If you decide to take on the work yourself, it is vital that you stay on top of your bookkeeping. To find an accountant or bookkeeper to help with your bookkeeping click here.

Does software help?

Software can definitely help. There are a wide range of software providers available, offering various services and tools from the basic to the more complex. 

Some of the features accounting software can offer are:

  • Basic accounting tasks – recording income and expenditure, financial reports and budgets 
  • Automation – preparing invoices and purchase orders, setting up automatic billing, processing single and recurring payments, bank reconciliation
  • Tax preparation – Online completing and filing of tax returns 
  • Inventory – Control stock levels, track sales and purchases
  • Payroll processing – timesheets, salary calculations, payslips, submissions to HMRC.

Here are two examples of accounting software to give you an idea of what’s available on the market:

Meanwhile, pre-accounting tools such as Receipt Bank can help you by making it easier to upload bills, receipts and invoices. Their free trial option is a good place to start if you’re looking to reduce the amount of time you spend on admin. 

Checklist: What information do I need?

To carry out your bookkeeping duties, you will need the following. Login to save this checklist to your profile for future use – as you work through the list, any checkboxes that are ticked or unticked will be automatically saved to your profile. (To register to join and enjoy the benefits of membership click on the link at the top right of the page. It will only take a few minutes to create your profile).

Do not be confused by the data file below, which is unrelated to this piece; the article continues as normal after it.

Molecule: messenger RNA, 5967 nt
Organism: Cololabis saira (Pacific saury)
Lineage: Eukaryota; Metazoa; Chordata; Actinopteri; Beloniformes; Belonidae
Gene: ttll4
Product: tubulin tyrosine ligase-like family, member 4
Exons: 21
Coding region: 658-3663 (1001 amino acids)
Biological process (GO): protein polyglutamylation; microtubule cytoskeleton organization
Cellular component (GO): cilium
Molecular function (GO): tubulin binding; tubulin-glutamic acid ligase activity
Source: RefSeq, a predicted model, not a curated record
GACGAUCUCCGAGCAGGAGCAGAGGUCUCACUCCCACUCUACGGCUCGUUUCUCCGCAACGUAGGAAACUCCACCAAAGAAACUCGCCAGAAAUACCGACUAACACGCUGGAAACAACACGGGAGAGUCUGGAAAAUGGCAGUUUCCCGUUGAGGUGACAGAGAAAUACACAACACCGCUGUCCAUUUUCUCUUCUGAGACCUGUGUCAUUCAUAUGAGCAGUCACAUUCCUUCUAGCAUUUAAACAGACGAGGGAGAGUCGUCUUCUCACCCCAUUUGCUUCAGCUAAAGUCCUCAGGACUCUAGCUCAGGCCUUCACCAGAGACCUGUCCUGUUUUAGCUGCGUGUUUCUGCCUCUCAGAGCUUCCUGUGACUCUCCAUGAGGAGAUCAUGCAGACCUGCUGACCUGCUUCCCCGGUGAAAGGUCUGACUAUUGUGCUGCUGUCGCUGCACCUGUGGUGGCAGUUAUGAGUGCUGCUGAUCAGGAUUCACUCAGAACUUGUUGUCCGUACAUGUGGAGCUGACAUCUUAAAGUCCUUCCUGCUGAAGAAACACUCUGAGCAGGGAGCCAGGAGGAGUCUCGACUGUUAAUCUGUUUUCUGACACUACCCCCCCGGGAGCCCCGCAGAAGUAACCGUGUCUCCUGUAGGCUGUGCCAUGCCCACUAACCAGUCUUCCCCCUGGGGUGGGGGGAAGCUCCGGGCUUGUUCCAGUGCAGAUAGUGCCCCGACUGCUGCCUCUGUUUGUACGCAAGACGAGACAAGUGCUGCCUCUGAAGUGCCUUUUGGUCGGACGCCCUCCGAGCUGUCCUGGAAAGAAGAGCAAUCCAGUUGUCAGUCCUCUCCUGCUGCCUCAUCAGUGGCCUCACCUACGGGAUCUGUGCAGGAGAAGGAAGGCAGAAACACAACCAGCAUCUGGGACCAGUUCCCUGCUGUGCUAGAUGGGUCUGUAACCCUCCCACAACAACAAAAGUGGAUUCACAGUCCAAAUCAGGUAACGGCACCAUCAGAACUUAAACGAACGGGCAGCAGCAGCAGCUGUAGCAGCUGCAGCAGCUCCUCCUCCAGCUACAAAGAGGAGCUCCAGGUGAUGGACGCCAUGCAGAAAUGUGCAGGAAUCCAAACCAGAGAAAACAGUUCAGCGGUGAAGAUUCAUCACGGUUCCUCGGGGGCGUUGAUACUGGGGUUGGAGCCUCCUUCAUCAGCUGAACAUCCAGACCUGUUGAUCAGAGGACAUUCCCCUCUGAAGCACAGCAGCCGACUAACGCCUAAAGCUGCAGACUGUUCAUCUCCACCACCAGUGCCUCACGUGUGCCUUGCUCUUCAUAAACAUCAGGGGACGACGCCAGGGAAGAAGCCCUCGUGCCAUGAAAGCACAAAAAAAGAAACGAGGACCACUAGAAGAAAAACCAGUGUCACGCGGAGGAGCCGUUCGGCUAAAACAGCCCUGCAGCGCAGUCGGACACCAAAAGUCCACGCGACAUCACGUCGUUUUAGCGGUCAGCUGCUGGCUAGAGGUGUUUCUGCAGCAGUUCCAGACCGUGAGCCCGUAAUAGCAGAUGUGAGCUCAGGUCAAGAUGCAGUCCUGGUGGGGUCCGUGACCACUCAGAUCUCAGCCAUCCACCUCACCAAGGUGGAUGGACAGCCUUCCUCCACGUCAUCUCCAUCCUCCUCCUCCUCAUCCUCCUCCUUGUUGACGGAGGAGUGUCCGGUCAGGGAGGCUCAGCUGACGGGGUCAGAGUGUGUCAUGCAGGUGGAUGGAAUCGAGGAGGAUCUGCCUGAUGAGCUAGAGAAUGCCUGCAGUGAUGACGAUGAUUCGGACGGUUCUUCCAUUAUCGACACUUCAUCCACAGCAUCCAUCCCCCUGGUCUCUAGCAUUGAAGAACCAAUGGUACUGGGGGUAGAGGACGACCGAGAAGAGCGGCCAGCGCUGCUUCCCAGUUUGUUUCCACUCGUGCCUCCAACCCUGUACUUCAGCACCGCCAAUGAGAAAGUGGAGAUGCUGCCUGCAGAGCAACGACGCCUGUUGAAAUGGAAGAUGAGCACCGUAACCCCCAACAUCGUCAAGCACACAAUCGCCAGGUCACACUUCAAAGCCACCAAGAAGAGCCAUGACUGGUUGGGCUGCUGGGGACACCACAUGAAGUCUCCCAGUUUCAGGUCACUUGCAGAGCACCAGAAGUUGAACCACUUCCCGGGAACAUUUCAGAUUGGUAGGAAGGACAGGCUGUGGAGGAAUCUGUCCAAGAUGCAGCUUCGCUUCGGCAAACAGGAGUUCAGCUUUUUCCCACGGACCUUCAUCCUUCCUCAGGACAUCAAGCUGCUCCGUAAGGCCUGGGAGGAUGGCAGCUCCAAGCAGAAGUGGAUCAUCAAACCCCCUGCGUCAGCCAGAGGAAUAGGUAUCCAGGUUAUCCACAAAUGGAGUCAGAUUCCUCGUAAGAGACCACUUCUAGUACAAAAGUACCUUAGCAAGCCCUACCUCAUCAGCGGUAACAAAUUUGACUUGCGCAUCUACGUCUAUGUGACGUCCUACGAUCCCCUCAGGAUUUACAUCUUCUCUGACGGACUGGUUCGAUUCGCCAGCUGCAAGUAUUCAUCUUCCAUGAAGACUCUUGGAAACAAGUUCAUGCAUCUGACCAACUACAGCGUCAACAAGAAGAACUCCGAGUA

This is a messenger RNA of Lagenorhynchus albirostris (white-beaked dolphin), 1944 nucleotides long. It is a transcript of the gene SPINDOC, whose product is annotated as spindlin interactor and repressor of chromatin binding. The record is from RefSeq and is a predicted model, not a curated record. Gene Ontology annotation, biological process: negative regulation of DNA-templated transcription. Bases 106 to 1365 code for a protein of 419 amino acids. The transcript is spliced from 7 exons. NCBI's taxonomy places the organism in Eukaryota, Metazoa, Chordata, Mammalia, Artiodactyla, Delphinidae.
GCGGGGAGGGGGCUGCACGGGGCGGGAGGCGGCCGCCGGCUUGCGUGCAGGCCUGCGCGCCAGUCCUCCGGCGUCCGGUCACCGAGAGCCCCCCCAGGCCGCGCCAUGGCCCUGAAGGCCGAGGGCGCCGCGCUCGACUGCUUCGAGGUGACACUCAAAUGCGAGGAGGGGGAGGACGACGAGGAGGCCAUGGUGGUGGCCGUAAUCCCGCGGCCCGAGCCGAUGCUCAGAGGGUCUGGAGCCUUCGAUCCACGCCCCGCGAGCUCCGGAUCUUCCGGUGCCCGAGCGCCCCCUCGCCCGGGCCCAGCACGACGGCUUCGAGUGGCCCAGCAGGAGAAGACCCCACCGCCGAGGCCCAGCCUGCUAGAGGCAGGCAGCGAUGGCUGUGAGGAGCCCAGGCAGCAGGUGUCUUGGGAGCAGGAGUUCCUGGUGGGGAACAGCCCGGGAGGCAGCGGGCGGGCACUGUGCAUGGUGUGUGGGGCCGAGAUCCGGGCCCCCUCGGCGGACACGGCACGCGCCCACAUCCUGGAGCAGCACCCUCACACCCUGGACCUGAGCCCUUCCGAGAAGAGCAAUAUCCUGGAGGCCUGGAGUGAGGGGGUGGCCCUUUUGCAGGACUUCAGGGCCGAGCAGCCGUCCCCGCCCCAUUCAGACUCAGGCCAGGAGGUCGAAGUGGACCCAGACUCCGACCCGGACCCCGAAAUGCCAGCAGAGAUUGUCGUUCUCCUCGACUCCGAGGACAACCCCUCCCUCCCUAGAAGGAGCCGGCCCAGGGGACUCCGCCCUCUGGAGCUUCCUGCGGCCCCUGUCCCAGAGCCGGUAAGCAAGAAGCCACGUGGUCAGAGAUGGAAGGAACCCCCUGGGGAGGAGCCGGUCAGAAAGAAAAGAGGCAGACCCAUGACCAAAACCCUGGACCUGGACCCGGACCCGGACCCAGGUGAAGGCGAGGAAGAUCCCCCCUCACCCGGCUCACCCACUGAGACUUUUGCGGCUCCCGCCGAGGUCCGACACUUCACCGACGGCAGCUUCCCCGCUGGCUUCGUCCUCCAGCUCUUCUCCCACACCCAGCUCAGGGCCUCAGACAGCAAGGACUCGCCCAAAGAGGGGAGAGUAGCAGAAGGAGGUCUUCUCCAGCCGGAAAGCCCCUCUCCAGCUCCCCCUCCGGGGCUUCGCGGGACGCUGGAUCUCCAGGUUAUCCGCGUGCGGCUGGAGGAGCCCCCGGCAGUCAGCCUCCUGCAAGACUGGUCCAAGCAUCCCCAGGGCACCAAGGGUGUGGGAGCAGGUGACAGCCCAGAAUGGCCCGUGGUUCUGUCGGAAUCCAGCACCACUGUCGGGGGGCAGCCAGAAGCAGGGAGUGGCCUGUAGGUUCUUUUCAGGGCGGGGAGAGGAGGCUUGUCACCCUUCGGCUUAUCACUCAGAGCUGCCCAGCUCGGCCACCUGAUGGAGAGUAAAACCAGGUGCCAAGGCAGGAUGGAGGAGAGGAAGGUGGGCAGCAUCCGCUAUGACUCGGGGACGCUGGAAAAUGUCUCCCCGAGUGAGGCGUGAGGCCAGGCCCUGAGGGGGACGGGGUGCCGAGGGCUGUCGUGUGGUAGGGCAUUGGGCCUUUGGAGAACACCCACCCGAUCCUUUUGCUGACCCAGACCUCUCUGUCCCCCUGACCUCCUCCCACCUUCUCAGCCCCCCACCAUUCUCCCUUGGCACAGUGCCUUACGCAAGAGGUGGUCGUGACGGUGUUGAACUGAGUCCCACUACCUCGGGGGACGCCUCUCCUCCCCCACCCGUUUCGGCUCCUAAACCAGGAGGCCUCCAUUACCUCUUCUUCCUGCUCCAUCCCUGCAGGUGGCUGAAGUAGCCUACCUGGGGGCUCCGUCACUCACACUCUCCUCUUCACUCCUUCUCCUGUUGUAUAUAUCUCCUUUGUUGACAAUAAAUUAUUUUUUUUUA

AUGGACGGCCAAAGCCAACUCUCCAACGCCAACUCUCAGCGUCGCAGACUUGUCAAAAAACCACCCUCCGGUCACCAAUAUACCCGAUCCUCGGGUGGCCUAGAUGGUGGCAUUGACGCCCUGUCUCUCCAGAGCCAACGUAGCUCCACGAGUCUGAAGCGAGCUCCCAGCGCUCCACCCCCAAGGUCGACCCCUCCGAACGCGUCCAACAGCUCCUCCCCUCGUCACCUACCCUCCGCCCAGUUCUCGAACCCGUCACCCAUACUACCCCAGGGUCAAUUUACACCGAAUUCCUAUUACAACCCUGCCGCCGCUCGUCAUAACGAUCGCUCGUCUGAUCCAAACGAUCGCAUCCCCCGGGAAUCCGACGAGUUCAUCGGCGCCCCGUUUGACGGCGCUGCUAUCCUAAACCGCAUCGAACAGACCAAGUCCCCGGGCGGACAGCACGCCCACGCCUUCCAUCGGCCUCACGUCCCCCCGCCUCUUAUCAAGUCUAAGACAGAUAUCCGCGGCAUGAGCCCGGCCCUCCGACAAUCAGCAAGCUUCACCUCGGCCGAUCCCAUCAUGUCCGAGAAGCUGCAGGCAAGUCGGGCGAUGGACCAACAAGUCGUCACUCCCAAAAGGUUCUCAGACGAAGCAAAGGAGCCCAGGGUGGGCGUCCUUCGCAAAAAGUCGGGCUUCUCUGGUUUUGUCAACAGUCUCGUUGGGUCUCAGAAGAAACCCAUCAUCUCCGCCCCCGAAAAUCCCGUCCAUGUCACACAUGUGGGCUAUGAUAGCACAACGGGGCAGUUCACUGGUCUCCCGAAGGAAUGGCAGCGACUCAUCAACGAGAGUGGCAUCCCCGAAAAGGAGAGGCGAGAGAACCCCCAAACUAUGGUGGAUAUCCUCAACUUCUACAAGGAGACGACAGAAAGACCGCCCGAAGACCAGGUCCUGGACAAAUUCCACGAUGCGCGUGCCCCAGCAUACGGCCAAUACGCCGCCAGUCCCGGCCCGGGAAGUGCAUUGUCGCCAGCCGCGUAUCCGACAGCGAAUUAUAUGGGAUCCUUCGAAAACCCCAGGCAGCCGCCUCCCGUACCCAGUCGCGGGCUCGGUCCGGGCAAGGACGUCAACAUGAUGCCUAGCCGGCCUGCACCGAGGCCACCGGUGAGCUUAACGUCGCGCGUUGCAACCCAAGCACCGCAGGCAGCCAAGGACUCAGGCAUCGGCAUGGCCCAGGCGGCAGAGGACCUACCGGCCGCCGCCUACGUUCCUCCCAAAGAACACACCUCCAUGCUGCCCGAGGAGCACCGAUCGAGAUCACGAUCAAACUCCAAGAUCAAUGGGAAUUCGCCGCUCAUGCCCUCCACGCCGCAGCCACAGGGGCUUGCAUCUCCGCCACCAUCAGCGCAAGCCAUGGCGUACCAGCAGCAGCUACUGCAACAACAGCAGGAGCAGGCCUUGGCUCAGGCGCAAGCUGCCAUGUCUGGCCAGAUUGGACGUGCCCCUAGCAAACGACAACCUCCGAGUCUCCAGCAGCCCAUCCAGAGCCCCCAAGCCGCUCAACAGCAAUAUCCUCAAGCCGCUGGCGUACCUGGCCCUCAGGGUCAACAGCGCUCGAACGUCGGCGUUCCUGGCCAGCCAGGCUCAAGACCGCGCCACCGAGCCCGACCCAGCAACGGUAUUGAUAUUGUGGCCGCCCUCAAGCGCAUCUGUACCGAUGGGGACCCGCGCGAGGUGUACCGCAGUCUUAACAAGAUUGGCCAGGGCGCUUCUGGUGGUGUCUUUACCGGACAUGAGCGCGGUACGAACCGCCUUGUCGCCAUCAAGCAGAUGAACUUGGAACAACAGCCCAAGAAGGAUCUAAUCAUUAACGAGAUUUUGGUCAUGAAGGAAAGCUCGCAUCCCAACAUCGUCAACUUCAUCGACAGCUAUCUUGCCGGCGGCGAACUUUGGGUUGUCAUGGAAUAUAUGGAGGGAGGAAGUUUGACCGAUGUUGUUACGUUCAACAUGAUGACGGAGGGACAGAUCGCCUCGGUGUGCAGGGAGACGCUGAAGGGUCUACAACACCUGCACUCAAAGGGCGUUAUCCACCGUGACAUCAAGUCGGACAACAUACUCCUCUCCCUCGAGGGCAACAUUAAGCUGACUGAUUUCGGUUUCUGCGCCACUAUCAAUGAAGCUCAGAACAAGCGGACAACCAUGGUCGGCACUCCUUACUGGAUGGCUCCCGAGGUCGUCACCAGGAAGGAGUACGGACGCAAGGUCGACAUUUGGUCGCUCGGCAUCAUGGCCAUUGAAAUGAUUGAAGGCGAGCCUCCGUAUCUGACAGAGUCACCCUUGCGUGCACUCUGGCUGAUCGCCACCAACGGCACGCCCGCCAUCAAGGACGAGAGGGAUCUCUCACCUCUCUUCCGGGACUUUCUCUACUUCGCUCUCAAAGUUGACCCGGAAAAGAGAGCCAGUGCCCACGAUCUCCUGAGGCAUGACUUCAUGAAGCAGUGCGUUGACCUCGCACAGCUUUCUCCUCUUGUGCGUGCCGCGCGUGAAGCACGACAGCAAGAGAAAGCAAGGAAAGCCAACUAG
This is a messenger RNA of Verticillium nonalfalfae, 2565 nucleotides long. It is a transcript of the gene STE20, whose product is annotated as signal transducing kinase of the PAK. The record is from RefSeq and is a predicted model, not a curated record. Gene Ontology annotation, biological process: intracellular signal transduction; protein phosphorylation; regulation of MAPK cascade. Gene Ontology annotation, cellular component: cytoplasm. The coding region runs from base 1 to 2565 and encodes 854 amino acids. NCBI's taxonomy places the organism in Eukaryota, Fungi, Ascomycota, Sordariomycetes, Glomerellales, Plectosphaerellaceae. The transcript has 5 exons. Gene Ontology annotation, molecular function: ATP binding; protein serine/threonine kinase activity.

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How often do I need to keep it up to date?

As often as possible. The longer you leave it, the bigger an administration burden it is.

It is a good idea to get into the habit of writing up your books on a weekly basis.

If you are in the United Kingdom using a business account professional to do your bookkeeping for you, then the frequency will depend on the size of your business and the volume of transactions. If you are VAT registered and doing VAT returns, then the frequency of your VAT return periods will usually govern the frequency of bookkeeping i.e. you will prepare your VAT returns whilst processing all of the relevant books and records.


Interactive tutorial: Understanding bookkeeping

Here we look at the fundamentals of double-entry bookkeeping. Click on the Start button below to find out more. 

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AAT Essentials

There are some areas of business where you can’t afford to lack in confidence or, indeed, competence.

Finance is one such area. Get it wrong, and it will cost you.

“As a result of not having qualified finance staff, every SME in the UK could have lost an average of £1,277, due to issues such as tax miscalculations, unpaid invoices and fines – the equivalent of £2.9 billion across the UK economy.”

AAT research carried out in 2015

Want to get it right? Then you need to know the Essentials.

That’s where our short online AAT Essentials courses can help you and your business. Developed in partnership with The Skills Network, these courses are designed to help business owners who don’t have the time for a full qualification to master the essentials of finance.